FORT DRUM, N.Y. -- The 10th Mountain Division (LI) conducted a Best Security Force Advise and Assist Team Competition between 1st Brigade Combat Team and 2nd Brigade Combat Team on Dec. 11 and 12.

With the shift of leadership transitioning from the U.S. military to Afghanistan Security Forces in the foreseeable future, the implementation of Security Force Advise and Assist Teams, or SFAATs, is designed to help smooth the process.

During the past year, the 10th Mountain Division (LI) has been training its brigade combat teams to adapt to the SFAAT style of deployment. After joint training operations at the National Training Center at Fort Irwin, Calif., the Mountain Peak exercise at Fort Drum, and the Joint Readiness Training Center at Fort Polk, La., last week's competition was about putting the year's worth of training to the test.

"A year ago we began by planning to support (SFAATs) as a battlespace-owning combat team," said Col. Dennis Sullivan, 2nd Brigade Combat Team commander. "Our rotation to the Joint Readiness Training Center in conjunction with 2nd Brigade, 101st Airborne (Air Assault) Division taught us many lessons regarding what support SFAATs need to perform their mission effectively."

During the joint training, units used the same assets they would have while deployed. This would ensure that before Soldiers were to deploy they would have a realistic understanding on how they would operate as an SFAAT.

"I and the Warrior Brigade count it an honor to be executing this (Afghanistan) mission on our nation's behalf," said Col. Stephen L. Michael, 1st Brigade Combat Team commander. "Here at Fort Drum, we have completed our culminating event, the division's SFAAT competition. Our teams are trained and ready to deploy and win, causing the Afghan Security Forces to stand up and take charge of their own security."

The SFAATs were designed to have highly trained officers and noncommissioned officers who will advise and assist Afghan army and police units as they conduct security operations in their country. SFAATs have a robust capability to defend themselves, but their primary role is to help the Afghan units to achieve levels of proficiency where they can lead and conduct independent security operations.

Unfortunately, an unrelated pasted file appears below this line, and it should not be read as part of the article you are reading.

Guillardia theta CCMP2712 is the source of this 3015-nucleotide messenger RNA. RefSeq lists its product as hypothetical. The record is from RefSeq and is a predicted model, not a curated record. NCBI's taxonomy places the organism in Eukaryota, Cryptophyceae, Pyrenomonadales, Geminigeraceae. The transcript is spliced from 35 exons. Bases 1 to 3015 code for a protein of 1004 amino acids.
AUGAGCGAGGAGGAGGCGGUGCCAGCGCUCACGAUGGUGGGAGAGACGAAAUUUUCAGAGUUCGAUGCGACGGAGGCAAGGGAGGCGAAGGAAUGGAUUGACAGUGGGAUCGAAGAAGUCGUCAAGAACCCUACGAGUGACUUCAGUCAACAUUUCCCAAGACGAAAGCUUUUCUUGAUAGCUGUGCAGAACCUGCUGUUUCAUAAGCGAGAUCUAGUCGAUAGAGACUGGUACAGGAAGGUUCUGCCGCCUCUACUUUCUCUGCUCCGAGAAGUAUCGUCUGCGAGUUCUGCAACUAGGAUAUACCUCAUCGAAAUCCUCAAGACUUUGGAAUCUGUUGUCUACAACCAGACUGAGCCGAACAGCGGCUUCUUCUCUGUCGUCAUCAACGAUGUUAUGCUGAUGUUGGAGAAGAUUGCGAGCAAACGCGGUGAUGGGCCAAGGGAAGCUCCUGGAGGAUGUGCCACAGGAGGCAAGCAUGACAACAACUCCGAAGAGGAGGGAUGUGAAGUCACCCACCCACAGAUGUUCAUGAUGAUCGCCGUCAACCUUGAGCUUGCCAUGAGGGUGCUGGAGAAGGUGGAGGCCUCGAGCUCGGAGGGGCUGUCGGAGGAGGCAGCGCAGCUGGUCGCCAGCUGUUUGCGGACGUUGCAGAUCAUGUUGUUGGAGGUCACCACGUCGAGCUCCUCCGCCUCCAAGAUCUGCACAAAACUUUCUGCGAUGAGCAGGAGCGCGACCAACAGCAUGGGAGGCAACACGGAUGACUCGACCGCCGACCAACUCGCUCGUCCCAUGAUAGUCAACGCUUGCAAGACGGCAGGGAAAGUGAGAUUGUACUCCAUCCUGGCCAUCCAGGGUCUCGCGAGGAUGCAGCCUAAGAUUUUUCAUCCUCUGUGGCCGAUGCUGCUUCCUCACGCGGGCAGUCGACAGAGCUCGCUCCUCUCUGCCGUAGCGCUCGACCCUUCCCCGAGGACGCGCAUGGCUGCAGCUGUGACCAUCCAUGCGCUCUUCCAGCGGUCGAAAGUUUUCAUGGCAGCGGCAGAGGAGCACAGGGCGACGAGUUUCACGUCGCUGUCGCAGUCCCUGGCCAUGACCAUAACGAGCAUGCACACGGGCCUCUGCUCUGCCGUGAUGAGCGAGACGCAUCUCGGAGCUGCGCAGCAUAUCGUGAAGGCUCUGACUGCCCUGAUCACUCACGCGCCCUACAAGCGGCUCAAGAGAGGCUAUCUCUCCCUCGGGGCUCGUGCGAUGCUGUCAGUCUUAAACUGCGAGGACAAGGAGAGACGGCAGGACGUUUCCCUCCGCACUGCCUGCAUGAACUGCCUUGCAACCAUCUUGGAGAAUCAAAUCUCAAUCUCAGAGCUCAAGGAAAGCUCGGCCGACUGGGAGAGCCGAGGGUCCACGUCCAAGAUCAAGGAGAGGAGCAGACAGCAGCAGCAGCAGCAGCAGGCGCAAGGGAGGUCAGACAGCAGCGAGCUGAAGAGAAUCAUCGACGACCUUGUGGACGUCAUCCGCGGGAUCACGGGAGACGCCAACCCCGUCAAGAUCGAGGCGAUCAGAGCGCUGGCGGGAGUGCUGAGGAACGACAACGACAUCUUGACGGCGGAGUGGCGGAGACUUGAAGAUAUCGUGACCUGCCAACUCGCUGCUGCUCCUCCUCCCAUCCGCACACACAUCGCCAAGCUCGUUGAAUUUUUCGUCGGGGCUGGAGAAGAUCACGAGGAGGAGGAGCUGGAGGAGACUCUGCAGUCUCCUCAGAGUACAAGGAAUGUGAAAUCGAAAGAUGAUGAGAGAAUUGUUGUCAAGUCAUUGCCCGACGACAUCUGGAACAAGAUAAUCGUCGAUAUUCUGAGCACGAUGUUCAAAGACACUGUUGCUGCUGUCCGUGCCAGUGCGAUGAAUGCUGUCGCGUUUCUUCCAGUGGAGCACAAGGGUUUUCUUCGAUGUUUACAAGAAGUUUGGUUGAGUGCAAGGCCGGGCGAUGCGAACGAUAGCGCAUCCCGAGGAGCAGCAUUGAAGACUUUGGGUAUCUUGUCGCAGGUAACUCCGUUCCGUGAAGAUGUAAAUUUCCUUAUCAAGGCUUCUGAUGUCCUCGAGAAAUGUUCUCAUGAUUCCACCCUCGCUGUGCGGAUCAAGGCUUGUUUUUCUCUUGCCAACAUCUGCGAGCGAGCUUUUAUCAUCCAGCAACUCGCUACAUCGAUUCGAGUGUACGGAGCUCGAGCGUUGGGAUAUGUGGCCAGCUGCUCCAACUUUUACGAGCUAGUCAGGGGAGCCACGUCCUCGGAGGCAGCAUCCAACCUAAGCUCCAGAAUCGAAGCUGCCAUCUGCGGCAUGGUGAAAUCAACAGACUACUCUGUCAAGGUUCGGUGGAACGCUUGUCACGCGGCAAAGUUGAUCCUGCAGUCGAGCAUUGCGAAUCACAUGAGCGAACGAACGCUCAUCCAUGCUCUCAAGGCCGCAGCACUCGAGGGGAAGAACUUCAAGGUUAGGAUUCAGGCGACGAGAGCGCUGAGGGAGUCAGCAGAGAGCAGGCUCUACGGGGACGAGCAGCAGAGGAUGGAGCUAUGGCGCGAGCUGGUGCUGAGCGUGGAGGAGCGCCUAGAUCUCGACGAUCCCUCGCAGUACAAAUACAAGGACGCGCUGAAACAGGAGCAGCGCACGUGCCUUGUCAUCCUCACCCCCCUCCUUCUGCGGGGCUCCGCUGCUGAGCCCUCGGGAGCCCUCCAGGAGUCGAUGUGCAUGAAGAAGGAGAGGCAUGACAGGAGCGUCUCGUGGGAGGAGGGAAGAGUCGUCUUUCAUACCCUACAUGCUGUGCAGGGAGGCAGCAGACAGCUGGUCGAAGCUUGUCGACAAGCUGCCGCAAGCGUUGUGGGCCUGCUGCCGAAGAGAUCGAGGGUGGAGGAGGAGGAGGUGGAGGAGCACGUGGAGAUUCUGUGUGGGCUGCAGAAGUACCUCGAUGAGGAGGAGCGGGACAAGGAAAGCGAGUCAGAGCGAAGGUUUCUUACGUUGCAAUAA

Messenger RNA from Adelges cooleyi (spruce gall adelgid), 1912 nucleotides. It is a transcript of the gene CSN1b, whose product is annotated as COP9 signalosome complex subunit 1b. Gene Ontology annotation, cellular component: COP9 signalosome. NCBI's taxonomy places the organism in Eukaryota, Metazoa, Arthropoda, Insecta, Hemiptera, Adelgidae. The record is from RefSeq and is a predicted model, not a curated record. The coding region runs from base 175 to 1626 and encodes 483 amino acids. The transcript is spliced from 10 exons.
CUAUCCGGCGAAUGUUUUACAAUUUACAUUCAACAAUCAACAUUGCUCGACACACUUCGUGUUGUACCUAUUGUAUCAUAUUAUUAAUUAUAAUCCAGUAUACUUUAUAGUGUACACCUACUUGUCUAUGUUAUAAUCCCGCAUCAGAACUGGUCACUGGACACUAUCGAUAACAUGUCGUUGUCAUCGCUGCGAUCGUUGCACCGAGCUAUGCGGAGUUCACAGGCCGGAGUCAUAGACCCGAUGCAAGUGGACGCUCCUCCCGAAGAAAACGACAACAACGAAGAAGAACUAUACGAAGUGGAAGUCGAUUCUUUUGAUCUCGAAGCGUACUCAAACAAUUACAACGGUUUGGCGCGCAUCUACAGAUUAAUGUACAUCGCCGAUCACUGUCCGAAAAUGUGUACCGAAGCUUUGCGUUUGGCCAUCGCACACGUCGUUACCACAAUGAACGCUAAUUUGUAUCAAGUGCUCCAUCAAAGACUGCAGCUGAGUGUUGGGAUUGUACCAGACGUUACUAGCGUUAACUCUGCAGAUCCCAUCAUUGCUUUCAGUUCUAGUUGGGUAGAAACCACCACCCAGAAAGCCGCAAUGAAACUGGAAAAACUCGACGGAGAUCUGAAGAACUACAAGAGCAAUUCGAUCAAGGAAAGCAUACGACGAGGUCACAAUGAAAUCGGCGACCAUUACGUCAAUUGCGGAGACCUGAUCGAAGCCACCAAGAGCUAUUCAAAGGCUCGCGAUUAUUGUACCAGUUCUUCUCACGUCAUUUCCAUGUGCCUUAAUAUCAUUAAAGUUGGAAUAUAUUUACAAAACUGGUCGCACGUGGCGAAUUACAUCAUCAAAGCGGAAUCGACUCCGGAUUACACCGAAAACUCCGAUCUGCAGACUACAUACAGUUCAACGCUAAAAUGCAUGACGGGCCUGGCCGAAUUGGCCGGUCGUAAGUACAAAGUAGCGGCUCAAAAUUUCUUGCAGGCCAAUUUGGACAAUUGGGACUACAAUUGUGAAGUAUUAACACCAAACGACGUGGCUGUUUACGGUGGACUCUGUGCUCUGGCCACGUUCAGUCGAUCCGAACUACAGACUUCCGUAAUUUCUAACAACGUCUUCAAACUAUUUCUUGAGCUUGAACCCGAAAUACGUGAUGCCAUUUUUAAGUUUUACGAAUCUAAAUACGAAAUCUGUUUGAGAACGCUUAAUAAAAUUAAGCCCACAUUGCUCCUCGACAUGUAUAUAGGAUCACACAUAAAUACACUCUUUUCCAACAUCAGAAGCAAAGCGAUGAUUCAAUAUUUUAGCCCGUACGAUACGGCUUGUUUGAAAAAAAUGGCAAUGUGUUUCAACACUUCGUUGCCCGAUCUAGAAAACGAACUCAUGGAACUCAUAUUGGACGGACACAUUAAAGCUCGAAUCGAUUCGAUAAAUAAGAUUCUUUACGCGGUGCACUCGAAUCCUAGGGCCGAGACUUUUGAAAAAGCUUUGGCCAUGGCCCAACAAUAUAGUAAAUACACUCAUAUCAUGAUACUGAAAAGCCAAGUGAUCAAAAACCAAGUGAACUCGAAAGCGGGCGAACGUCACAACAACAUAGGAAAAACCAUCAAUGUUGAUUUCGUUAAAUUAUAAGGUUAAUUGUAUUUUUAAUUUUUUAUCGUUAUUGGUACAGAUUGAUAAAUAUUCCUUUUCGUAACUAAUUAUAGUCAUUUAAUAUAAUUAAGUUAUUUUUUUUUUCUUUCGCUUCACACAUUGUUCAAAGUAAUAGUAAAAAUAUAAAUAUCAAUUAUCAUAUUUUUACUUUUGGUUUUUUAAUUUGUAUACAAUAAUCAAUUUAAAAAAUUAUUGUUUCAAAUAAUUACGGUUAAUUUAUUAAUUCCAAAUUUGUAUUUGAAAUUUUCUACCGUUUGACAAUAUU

"The planning took approximately four to five weeks to develop our concept (and) resource our lanes with the best instructors and training aids available," said Lt. Col. Patrick Kaune, commander of Headquarters and Headquarters Battalion, 10th Mountain Division (LI). "We applied the 10-step training model to make sure we had a product that would challenge our SFAAT teams."

Fort Drum held a Best SFAAT Competition to see which team would perform to the highest standards during the event. The competition was broken down into different stages, to include medical, counter-improvised explosive devices, communications, language and cultural awareness, ruck march and live-fire.

"We certified the instructor lane (officers in charge) based on Army standards and theater tactics, techniques and procedures. We made sure our instructors knew their business and selected our cadre based on experience and technical expertise," Kaune said. "Furthermore, we appreciated the senior NCOs from 3rd BCT Spartans assisting as additional (observer-controllers) to check not only the trainees but also to assist with improving the lanes."
Events focused on skills the teams had learned and how they would implement those skills in a deployed environment. Teams were graded on time of completion and execution of their knowledge of the events.

At the medical lane, Soldiers were briefed on the situation and how they would be graded. The skills used would consist of securing the area, assessing and treating the casualties, and getting them evacuated to a medical transportation site.

After completing the first event, teams would move to the counter-improvised explosive device station. Once a team arrived at the site, Soldiers were informed they had 20 minutes to tactically move up the lane and safely identify as many threats as they could, without endangering anyone on their team.

During the third event, SFAATs were graded on how quickly they could set up and establish communications with several different Army systems. The teams would be graded on correctly following setup procedures, transmitting and receiving data, and overall timeliness of the completed objective.

Once the SFAATs had completed the communications event, they would move to the language and cultural awareness station. Teams at the station were given a written and verbal test to see what skills they had retained during their past training. At this station, Soldiers relied on previous training as a key to the overall success in their grade.

After the teams completed the communications station, then it was time for a four-mile ruck march to the live-fire exercise. During the ruck march, teams would be graded on overall time until reaching the live-fire range.

Once they arrived at the range, instructors again briefed teams on how they would be graded during this part of the exercise. During the live-fire, grades were given to the teams for weapons assembly and performing a weapons systems check upon completion. Four weapons -- the M-9, M-240, M-4, and M-249 -- were dismantled and given to the teams to reassemble.
The overall winning team was Team Grey 1 from 2nd Brigade Combat Team, led by Maj. Brian Roeder. Taking second place was team Lucky 13 from 1st Brigade Combat Team, led by Lt. Col. John Sherwood.

The goal of the Best SFAAT Competition was to have the teams leave with increased confidence in their abilities and to identify areas to improve before their upcoming deployments.

"We have to ensure our SFAATs are able to survive and fight on the battlefield they are entering," Kaune said. "Soldiers truly have to be a master of several trades in dealing with the civilian populace we are supporting in Afghanistan."